Et in Arcadia ego (Heathsnatches in peril)
This was pinned up on the changing room notice-board. In his Evening Standard article the popular historian and novelist A N Wilson points out how the free swimming in the Highgate Ponds depends on a subsidy from the City of London Corporation. Wilson argues that this is somehow paradoxical because most of the swimmers are Hampstead Liberals while the Corporation gets its filthy lucre from the bankers in their square mile bastion of Capitalism. The fear is that the Corporation will finally get its way and charge entry (at the moment it’s a voluntary fee).
I am happy to pay but I don’t want to. In fact I would gladly make a donation to some other Corporation facility or charity if they kept this as it is. There is no real logic to my position. You have to pay to swim in the Lido, about half a mile away on the Heath, so why not the Ponds?
At heart I am as Romantic as Keats and Constable who used to walk these slopes. It used to be where the country met the capital and the Fleet River began its (rather polluted) journey to the Thames. It is now a large haven of real nature amidst the suburbs rising up to Highgate Hill. I don’t want better facilities and I don’t want any sense that this is a commercial transaction. My bi-weekly dips through the year are for health but they are also a ritual as important to me as any church-goer. It would be like charging me to attend Mass.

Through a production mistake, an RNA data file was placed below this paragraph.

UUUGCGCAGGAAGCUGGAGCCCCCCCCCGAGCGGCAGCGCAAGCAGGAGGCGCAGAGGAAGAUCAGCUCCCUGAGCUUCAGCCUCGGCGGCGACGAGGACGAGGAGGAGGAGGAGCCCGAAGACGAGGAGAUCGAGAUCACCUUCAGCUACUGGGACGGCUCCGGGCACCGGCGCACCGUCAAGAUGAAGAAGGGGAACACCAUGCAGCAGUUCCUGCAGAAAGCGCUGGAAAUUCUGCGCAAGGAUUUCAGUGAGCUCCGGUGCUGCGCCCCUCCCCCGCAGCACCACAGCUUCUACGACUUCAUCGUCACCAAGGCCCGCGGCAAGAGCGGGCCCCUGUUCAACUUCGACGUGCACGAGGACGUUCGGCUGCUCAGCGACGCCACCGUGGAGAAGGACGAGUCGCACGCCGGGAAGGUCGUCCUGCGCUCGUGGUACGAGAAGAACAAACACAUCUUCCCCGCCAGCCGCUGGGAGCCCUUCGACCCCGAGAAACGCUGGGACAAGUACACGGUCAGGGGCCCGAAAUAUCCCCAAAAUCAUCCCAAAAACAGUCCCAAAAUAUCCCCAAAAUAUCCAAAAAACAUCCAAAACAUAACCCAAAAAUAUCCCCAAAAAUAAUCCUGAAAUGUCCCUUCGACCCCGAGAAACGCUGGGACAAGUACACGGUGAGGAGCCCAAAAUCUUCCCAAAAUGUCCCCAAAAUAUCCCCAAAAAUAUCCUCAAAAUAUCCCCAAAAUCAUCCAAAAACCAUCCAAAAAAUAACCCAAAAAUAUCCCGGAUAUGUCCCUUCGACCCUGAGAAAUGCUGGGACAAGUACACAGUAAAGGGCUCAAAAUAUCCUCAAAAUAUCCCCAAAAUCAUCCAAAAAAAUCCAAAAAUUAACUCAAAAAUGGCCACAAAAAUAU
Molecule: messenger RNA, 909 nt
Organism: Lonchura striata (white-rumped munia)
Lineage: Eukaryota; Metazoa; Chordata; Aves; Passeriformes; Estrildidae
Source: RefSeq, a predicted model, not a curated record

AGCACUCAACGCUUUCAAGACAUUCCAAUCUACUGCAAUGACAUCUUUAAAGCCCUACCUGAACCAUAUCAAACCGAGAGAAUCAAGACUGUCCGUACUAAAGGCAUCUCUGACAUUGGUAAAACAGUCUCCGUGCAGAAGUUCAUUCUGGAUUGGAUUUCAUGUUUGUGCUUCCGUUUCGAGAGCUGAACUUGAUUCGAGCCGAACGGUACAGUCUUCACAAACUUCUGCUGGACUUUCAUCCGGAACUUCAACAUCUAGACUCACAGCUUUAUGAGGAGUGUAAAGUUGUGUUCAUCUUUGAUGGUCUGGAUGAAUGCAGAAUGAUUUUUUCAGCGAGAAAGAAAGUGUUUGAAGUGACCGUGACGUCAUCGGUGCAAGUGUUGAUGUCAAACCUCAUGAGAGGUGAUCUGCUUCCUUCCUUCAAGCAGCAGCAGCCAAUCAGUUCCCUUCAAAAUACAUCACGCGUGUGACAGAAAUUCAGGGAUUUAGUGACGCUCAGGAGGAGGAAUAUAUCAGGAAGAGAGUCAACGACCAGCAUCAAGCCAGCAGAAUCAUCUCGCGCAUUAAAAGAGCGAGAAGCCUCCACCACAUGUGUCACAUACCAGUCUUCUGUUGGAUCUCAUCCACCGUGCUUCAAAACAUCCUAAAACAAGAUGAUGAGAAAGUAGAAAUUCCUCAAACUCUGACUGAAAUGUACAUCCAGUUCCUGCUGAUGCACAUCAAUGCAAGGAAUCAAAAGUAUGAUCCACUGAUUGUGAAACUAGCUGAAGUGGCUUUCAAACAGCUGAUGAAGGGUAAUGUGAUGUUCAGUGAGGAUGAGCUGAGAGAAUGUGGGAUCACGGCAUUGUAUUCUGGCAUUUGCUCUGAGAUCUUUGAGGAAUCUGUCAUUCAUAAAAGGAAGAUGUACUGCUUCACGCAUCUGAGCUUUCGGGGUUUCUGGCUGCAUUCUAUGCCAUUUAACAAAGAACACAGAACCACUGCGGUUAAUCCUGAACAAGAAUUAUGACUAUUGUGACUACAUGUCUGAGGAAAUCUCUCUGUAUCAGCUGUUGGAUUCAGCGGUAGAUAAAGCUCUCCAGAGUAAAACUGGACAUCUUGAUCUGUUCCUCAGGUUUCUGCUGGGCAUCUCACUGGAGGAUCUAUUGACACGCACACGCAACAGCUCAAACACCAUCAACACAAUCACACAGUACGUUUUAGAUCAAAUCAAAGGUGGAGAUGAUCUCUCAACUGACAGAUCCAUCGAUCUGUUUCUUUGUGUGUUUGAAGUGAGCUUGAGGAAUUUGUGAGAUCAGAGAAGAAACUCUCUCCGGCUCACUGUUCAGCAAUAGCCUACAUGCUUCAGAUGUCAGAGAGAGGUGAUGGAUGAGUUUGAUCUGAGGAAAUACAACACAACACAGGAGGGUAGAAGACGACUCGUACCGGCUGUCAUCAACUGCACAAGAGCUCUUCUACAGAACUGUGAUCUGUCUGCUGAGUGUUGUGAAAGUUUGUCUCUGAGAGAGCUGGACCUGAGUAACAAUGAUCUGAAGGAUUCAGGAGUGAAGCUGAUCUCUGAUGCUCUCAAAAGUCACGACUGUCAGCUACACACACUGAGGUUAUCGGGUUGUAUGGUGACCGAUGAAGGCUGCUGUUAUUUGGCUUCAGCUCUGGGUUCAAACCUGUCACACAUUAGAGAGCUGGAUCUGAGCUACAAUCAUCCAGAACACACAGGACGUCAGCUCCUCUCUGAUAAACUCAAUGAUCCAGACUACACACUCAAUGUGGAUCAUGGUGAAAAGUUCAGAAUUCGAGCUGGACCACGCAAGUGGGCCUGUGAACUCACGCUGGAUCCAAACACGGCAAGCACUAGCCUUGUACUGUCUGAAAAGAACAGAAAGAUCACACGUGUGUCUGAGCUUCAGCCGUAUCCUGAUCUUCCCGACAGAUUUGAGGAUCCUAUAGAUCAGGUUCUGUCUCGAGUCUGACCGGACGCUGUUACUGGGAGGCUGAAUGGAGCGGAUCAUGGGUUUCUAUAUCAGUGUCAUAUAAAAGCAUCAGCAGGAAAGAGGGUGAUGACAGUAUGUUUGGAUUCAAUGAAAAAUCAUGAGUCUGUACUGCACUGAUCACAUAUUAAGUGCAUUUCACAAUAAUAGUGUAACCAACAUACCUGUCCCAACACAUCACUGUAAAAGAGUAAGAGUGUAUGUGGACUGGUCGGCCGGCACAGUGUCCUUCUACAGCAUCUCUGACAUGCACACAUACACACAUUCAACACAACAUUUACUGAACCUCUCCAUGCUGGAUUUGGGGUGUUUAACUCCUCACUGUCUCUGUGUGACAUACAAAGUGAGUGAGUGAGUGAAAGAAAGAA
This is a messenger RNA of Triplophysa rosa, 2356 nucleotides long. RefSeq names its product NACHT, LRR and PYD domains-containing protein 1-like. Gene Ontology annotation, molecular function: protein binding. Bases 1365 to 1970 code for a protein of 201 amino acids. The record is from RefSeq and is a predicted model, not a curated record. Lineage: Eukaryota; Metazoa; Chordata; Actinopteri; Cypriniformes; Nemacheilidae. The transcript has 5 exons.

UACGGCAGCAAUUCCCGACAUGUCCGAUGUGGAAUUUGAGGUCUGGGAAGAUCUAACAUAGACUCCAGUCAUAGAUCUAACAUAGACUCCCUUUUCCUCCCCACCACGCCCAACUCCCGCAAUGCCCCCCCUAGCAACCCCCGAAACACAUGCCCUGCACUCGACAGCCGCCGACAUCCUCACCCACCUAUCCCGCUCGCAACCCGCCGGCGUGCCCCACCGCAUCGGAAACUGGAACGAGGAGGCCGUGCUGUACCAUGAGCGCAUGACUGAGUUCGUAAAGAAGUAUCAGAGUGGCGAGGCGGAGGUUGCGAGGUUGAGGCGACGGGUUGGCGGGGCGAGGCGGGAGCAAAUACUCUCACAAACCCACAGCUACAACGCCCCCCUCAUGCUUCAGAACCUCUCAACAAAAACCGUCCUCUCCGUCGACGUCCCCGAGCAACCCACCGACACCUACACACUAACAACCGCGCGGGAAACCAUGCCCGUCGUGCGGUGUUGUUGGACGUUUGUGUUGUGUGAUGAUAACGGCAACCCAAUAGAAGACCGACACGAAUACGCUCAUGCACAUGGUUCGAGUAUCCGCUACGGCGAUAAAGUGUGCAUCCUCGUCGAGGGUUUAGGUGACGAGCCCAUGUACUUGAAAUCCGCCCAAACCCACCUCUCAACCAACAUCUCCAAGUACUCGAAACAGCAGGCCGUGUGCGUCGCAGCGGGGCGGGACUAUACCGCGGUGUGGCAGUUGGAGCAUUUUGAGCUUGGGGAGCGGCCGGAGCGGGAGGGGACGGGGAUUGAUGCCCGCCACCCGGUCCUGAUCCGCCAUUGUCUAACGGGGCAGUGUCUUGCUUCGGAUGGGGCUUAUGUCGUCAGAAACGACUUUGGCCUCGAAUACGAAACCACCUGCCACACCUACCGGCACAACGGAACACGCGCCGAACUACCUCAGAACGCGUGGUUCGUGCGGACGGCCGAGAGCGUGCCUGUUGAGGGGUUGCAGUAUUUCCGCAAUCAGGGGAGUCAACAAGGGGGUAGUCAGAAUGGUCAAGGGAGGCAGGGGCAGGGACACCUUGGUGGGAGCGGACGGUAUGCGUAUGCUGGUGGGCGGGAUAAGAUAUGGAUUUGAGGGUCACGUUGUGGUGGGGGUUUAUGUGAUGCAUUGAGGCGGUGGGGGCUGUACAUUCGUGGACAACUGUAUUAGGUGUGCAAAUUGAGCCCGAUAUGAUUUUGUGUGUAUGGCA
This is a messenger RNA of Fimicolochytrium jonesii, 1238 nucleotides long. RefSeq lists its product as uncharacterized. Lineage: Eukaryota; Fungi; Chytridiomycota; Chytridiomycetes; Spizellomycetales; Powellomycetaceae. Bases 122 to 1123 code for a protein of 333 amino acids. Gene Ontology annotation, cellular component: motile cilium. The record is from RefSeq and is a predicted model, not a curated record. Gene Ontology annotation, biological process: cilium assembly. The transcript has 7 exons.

The Heath ponds are already threatened by a crazy multi-million pound scheme to dig them out and make them safe from a one in a million chance of flooding. All the swimmers I know (and they don’t seem terribly Left Wing to me by the way Mr Wilson) fear that some idiot at the Corporation will use this as a chance to ‘improve’ facilities and bring in charging.
Technically, they might own this unique piece of British landscape but in truth this is a national treasure. And part of its value is the eccentric, open culture it fosters such as free wild swimming in the heart of London.
It seems odd that a Corporation with so much wealth, run by people (bankers) with such a bad public reputation, would want to court unpopularity with their charging plan when the income would be so little.
But then I may be a romantic, but they sure as hell aren’t.